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  • Writer's pictureKevin Graham

State of the (pickleball) world

As I write this, I'm supposed to be playing pickleball, but I skipped out today, uncertain of my rightful place. Last time out, I was confronted by a woman who suggested, to be blunt about it, that I had no right to play with the seniors group. I should add that attaining the age of 50 qualifies you to play in the seniors group. In a short number of weeks, I’ll be 17 years past that threshold.

I'm only three months into playing this game and still learning. I’m an ‘okay’ player, but far from the best in the group. The challenge for some is in facing opponents with far greater skill. In equal measure, the challenge for others is in facing opponents with far lesser skill. The format is doubles, often mixed, with partners rotating so you can’t keep playing with the same person and win every game. Winners play against winners. Losers play against losers.

The woman who challenged my right to play had just lost a game with me on the other side of the net. Mindful of this person’s skill level, I tried to ‘take it easy’ when playing the ball to her. I saw this as the ‘right thing to do’… until her partner figured out what I was doing and repeatedly stepped in, poaching easy shots for the kill. Quite frankly, when that happened, my generosity flew out the window.

So… it wasn’t clear what was being asked of me… other than not to show up.

Are you asking me not to smash from overhead? Or are you asking me not to drive the ball from the baseline with force you can’t handle?

What next? Will you ask me not to spin the ball? What about drop shots? What about those nasty lobs over your head?

Are you asking me to lose a few points? Games?

Are you asking me to play friendly ping pong as you might with a six year-old, and to do so with someone who is trying their hardest to win and won't hesitate to smash, spin, lob, or drop the ball short if the opportunity arises?

It's a bit of a dance, I must say. 

I remember very well, almost 25 years ago, when my dear friend Steve Piltch, whom I’d just met, invited me to join him for some squash. Now Director of the School Leadership Program at the University of Pennsylvania’s Graduate School of Education, Steve was, at the time, Head of School at The Shipley School in Bryn Mawr. We played three or four games, all of which he won, but only by a couple of points each time. Afterward, he congratulated me on a good match, to which I replied, “C’mon now, Steve. I saw the picture on your office wall.” While completing his doctoral studies, Steve had been coach of Harvard University men’s and women’s squash teams, leading them to six national championships. Steve had mastered the ability to win while letting his opponent think that they’re actually in the game. I’ve yet to master that skill… but I am trying.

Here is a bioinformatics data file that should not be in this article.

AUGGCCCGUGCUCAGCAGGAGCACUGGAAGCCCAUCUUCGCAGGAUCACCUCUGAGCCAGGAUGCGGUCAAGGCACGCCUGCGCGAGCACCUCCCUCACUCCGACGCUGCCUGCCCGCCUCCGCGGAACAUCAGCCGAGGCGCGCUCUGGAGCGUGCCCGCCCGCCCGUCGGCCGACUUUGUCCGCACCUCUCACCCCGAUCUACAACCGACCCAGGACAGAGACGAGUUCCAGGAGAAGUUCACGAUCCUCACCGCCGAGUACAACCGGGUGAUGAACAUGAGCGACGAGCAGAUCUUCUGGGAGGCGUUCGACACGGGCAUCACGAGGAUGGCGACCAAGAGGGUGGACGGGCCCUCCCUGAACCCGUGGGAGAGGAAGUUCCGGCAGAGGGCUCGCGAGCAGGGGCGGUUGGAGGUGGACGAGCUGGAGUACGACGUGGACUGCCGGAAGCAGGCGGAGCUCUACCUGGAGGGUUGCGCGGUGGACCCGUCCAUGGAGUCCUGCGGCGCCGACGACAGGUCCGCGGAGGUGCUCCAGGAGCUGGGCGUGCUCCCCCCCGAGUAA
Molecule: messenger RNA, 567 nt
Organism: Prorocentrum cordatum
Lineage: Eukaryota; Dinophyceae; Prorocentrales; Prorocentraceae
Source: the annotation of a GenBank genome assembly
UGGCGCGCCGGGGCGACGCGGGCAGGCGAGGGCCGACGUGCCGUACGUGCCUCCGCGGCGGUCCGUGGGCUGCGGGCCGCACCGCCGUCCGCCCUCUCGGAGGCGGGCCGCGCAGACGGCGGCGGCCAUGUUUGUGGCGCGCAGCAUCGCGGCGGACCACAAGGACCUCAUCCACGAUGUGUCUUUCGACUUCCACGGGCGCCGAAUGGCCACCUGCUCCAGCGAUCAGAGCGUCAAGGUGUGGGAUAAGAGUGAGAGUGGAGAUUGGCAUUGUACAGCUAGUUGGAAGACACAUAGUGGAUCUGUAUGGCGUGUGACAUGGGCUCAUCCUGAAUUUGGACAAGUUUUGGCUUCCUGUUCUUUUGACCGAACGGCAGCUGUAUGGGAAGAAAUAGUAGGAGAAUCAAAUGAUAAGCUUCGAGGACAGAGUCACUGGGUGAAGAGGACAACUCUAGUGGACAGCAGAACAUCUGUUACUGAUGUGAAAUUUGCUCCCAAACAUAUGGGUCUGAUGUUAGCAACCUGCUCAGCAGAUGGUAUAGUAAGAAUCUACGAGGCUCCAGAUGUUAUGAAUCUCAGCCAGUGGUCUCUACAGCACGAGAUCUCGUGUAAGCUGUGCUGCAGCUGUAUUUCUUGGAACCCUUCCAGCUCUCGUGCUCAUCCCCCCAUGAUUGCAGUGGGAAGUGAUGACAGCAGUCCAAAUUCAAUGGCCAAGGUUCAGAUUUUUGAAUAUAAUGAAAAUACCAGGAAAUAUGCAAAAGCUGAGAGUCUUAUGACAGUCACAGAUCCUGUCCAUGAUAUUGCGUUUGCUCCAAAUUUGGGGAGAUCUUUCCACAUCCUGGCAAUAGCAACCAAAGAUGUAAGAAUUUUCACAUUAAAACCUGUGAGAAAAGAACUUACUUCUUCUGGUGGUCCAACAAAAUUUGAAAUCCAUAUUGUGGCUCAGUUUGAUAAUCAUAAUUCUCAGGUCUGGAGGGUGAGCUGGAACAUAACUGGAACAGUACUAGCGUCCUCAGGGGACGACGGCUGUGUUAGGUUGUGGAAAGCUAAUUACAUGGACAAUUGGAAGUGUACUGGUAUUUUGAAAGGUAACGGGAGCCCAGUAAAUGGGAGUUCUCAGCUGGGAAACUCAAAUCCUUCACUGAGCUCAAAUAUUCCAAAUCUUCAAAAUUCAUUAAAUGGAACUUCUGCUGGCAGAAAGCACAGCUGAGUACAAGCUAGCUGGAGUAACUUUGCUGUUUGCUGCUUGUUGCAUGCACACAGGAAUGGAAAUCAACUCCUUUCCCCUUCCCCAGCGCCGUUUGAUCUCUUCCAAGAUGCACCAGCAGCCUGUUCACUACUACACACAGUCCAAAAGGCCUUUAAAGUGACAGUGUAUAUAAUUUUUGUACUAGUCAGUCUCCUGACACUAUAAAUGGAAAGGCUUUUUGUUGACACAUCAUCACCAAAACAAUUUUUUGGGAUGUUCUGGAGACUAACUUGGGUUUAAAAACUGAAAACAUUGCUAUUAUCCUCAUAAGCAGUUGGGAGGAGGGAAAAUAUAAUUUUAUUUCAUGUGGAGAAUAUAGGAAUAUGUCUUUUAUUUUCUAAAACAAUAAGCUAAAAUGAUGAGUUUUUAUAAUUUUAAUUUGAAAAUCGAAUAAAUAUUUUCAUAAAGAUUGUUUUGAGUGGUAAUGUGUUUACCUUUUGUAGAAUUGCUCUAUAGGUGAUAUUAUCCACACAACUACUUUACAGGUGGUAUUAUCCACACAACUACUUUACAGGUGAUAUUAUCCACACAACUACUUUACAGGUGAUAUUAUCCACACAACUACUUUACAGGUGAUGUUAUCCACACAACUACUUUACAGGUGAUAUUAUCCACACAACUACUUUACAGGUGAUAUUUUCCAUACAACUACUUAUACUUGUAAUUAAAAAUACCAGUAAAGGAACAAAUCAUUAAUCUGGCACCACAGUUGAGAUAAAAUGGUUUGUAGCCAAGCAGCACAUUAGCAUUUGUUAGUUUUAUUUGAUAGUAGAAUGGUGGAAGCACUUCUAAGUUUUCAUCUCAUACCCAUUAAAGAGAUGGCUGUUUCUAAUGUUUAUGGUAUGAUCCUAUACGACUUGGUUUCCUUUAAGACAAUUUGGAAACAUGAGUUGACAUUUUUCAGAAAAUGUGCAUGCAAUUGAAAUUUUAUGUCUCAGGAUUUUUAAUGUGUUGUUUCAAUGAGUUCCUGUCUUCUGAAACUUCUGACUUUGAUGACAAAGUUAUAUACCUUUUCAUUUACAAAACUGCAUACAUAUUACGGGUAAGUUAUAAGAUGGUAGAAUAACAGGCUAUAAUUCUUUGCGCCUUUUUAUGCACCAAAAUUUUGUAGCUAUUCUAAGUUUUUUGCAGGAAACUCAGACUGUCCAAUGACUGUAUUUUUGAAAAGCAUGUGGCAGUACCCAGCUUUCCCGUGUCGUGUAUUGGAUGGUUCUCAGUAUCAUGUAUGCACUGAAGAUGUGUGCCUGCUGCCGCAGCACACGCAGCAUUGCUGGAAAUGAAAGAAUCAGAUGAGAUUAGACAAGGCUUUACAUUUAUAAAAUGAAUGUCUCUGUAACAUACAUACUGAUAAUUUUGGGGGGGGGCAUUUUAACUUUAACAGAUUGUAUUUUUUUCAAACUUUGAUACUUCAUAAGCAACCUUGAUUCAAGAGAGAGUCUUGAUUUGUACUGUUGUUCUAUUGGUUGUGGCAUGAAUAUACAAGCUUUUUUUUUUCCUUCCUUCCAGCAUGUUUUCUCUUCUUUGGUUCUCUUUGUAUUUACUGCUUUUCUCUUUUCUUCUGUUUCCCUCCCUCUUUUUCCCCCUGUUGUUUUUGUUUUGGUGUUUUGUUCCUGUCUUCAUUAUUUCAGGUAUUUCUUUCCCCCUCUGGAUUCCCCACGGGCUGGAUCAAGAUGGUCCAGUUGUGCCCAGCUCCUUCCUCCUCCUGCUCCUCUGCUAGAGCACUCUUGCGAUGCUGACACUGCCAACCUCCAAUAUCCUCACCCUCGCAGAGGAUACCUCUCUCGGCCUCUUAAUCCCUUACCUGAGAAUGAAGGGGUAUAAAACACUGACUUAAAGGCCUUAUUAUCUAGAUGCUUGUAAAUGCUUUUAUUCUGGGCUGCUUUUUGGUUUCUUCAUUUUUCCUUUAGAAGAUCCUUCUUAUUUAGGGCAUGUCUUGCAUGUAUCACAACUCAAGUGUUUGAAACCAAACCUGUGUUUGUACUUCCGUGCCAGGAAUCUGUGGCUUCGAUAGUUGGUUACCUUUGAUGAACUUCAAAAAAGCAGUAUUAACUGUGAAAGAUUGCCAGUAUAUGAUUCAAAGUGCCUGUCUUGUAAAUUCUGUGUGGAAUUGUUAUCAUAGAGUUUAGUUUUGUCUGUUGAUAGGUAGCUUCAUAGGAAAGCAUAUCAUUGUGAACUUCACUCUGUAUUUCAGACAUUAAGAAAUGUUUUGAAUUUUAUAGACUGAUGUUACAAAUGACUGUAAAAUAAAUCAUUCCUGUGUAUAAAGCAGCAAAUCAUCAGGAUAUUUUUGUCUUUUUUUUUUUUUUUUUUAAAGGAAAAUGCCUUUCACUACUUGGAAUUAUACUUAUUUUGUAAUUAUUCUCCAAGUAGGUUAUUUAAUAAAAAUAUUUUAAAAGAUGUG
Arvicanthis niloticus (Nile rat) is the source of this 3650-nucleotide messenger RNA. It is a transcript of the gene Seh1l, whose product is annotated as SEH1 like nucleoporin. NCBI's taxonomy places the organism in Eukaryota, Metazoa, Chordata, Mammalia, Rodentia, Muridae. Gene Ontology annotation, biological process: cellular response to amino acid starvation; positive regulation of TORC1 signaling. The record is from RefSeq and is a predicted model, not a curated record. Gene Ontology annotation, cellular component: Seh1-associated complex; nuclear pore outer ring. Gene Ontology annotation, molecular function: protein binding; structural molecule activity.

My best life lessons, early on, were found in competitive athletics. Learning to play friendly was not a central part of the experience. Learning to sustain an edge of high intensity was absolutely the key. Competing with oneself, becoming better than yesterday's self, and measuring success on the scoreboard against others... that was a driving force. 

Challenged as I was earlier this week, I’m prompted to wonder: Can I, or should I, abandon this competitive paradigm in favour of another? Would it be an incremental shift like the transitions from telegraph to telephone and then to email and texting? Would it be a transformative shift like the one from foot to bicycle to internal combustion to electric… and maybe soon enough to "beam me up, Scottie"?

Or is it more like the acquired learning evolution from two cavemen fighting for survival over a single piece of meat to cooperative hunting, to the development of shared interests and community, followed by a step-back reversion to warring tribes, the amalgamation of these warring tribes into nations with common cause, and then to a series of devastating wars punctuated by brief moments of peace and cooperation? 

Is this back and forth dance of intermittent competition and cooperation doomed to an escalating destiny of mutual mass destruction?

Were my early-life athletic lessons lacking? Did I fail to learn something even more important than scraping my way to the top of the hill? Did I... do I... owe a contribution to my opponent's experience... and to my opponent's outcome? Maybe yes…

I've long recognized that I belong to things larger than myself... in innumerable ways. Stemming from this recognition, should a more accommodating paradigm be applied to a three hour rapid-fire winner-stays-on construct where everyone at play on four pickleball courts is fighting to be a winner? Maybe yes…

In circumstances where my own growth places me in an advantageous role, am I obliged to set aside world domination in favour of something else? Is there something else? Is there a higher purpose than winning? Should I be sharing my meagre gifts in aid of making the pie a little larger such that others may share? Maybe yes… this is something for me to ponder.

But we're just talking about pickleball here, eh? Hmmm… maybe not.

With respect,


Kevin Graham

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